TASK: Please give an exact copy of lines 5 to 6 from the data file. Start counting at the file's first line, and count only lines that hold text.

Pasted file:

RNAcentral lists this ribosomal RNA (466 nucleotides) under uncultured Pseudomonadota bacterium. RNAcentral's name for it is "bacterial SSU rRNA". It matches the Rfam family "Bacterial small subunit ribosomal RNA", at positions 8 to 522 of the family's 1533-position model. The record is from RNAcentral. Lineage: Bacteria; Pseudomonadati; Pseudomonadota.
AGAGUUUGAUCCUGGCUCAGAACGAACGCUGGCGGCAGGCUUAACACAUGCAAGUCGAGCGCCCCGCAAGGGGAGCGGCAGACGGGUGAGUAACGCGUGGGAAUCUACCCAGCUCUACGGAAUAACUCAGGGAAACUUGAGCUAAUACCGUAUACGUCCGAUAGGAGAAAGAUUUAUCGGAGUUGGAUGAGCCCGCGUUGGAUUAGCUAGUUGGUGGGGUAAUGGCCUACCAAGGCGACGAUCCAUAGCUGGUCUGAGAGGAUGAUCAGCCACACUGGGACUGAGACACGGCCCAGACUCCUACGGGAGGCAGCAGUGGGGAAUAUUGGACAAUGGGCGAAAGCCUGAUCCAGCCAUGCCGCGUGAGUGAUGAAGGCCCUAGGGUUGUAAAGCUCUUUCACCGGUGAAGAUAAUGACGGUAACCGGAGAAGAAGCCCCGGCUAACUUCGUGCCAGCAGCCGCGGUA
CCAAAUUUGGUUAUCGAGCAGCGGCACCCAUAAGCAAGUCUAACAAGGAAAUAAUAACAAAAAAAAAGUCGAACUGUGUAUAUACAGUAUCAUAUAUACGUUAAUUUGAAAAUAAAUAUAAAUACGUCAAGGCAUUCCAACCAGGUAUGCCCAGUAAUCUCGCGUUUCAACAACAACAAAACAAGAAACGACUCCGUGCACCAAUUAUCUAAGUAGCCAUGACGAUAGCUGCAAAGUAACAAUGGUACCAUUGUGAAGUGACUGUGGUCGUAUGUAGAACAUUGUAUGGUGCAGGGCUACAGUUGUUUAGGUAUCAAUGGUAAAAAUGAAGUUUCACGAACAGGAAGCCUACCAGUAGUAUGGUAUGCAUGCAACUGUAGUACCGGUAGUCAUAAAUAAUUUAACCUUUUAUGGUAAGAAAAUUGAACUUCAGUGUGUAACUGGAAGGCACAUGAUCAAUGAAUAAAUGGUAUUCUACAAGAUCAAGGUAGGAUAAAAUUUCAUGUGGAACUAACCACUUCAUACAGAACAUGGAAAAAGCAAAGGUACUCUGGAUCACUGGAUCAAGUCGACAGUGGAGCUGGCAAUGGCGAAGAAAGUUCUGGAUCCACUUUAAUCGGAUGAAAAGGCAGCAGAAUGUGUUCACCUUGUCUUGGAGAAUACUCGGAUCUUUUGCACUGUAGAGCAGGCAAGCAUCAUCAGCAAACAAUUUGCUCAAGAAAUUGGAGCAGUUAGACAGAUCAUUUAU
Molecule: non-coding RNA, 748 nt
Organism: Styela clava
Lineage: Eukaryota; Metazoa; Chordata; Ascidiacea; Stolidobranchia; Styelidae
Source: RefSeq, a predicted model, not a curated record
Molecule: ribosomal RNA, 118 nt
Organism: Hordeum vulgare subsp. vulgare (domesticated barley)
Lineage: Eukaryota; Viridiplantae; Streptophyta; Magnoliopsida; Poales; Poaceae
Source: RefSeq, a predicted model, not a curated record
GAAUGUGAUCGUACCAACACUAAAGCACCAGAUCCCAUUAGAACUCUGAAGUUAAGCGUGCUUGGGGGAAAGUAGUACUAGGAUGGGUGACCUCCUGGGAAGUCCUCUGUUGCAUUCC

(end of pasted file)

Organism: Styela clava
Lineage: Eukaryota; Metazoa; Chordata; Ascidiacea; Stolidobranchia; Styelidae